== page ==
What’s Being Done To Detect Water Leaks?

Water leak detection services - H2O Building Services


As we all know, water is one of the most precious resources that we have, but it’s all too easy for us to take it for granted, particularly in developed countries where we simply turn on a tap and out it comes.


But access to water is coming increasingly under threat around the world, thanks to climate change, urbanisation, population growth, pollution and water mismanagement, and it’s essential that action is taken and fast to shore up supplies for future generations.


In the UK, one of our biggest issues that needs to be addressed with increasing urgency is water leakage. Figures from industry watchdog Ofwat show that approximately one-fifth of the water that runs through our pipe network is lost to leaks, in large part because of our ageing infrastructure and because of water suppliers’ operational strategies.


Achieving zero leaks is difficult because many of the problems will manifest far below ground, making them hard to detect, or be so small that they’re barely noticeable, trickling slowly away over time and wasting huge amounts without anyone even being aware that there’s an issue.


Some leaks will also be largely inevitable, no matter what action is taken, because pipes naturally sustain damage over the course of their lifetime through expansion and contraction, which can be exacerbated during drought or freezing weather conditions.


Although water leakage rates around England and Wales are now at their lowest levels ever – and still falling – water companies around the UK must still do more to tackle the issue.


Ofwat has set suppliers a challenge to slash leakage between 2020 and 2025 sufficiently to be able to serve six major cities: Cardiff, Birmingham, Bristol, Leeds, Liverpool and Sheffield. And in the long term, firms have also pledged to cut leakage by 50 per cent from 2017/2018 levels by the year 2050.


How are water leaks detected?


Fresh clean water is transported to homes and businesses around the UK via thousands of kilometres of pipes, buried under roads and private land. Much of this network has been in situ since Victorian times and, as such, a lot of it is no longer fit for purpose, having become too brittle to be able to withstand the demands of 21st century society.


But it’s not just age that causes problems and pipes can sustain all sorts of damage from ground movement, construction work, animals, excavations, tree roots, extreme weather events and so on, all of which can lead to leaks and water wastage as a result.


Some leaks are easy to find because water can be seen at the surface, a strong indication that there’s a problem nearby, but others are trickier – which means that a range of different strategies must be employed to find them.


Technology like smart metering, in-pipe monitoring, acoustic sensors, drone surveys and satellite imaging can all prove particularly useful in this regard, helping teams to find even the tiniest of leaks so that repairs can be carried out.


Interestingly, dogs can also be put to excellent use when it comes to water leak detection and various water companies, including Scottish Water and South West Water, are now turning to our canine companions to help them find problems across the network.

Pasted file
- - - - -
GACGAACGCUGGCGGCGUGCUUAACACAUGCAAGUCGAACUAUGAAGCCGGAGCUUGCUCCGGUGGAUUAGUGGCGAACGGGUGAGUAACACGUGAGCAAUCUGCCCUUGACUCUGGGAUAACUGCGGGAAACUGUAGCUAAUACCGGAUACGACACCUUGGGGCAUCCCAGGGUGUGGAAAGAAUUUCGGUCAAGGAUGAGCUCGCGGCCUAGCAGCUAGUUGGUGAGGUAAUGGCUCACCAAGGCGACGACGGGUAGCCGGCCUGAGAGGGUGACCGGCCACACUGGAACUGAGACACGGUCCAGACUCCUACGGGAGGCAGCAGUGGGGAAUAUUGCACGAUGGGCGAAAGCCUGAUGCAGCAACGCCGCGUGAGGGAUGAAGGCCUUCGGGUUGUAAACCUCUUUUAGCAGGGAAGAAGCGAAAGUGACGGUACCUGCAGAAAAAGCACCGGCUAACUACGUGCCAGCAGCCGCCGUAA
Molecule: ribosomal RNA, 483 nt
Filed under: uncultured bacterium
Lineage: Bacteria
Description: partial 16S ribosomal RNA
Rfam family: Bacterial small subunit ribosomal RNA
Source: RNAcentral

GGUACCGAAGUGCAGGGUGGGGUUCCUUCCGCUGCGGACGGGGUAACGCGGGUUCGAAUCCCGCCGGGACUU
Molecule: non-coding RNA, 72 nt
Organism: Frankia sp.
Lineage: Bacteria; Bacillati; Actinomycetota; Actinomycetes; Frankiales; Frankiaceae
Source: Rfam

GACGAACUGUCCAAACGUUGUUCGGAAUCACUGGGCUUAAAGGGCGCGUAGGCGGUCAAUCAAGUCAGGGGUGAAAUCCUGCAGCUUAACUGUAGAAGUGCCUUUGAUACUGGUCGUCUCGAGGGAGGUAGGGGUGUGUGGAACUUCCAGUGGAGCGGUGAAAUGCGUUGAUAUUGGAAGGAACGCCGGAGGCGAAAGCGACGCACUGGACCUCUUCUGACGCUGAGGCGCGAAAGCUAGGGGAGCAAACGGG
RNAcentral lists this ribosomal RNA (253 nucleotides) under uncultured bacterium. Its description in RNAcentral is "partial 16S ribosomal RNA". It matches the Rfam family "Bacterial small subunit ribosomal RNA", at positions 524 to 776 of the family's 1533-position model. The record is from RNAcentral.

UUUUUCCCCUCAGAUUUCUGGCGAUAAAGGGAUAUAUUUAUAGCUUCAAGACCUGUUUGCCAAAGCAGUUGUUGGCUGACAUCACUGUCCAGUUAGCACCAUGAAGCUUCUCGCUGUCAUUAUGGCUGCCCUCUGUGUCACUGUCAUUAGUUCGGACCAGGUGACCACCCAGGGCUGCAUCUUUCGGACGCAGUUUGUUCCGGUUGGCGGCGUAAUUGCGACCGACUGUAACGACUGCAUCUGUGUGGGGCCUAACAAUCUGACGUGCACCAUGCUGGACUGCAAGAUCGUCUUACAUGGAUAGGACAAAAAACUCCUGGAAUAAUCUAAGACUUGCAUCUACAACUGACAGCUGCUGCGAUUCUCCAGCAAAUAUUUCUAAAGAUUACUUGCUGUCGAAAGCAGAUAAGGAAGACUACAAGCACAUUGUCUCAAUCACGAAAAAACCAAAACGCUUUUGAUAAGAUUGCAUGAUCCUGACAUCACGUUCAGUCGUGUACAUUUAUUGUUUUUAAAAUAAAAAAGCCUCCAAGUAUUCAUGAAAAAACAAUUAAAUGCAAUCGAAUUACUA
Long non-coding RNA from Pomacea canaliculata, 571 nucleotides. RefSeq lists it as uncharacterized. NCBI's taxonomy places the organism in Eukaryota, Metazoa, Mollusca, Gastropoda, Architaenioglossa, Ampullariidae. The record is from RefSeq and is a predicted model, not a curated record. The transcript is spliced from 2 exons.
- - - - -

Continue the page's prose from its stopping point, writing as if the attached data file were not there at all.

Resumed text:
Apparently, these dogs are trained to detect traces of chlorine in treated drinking water supplies so they can find leaks where no water is showing on the surface. Once a potential leak is found, leakage teams are then sent out for repairs to be conducted.


Are pipe upgrades causing more issues?


While it’s essential that the nation’s infrastructure is upgraded so that the system is able to withstand the pressures of climate change and population growth, it’s now being suggested that the materials used for these upgrades are causing problems where leaks are concerned.


Writing for The Conversation, Jen Muggleton – principal research fellow in engineering and physical sciences at the University of Southampton – explained that a third of the network is now made up of plastic, which was brought in to help address our ageing infrastructure and reduce the number of leaks.


However, these pipes are also susceptible to leaks, especially at the joints, and unfortunately more traditional methods of leak detection that proved successful with metal pipes aren’t as effective with plastic.


Water leaks send out acoustic signals that can travel hundreds of metres and kilometres along metal pipes, signals that can be picked up by hydrophones to help pinpoint the location of a leak.


But with plastic pipes, this leak detection method hasn’t proved as successful because a lot of this acoustic energy transfers to the pipe wall where it then radiates into the ground or dissipates as heat, which means less energy travels along the pipes themselves. The consequence? Signals don’t reach the hydrophones and leaks can’t be detected.


Alternative solutions include measuring vibrations on the ground’s surface to identify leak locations or to make use of fibre optic telecommunication cables that are typically laid along pipeline routes and which could be utilised as distributed acoustic and temperature sensors.


How can businesses help?


Because industries of all kinds are so heavily reliant on water, it makes sense for businesses to find leaks across their sites so they can be repaired, ensuring operational resilience and reducing wastage… the added benefit of which, naturally, is saving money at the same time.


Having a water audit carried out of your premises is a good first place to start if you do want to prioritise water leak detection and repair. This will show you how and where you’re using water, revealing any weak areas and allowing you to identify issues over time so you can adopt the appropriate water-saving solutions as and when required.


If you’d like to find out more, get in touch with the H2o Building Services team today.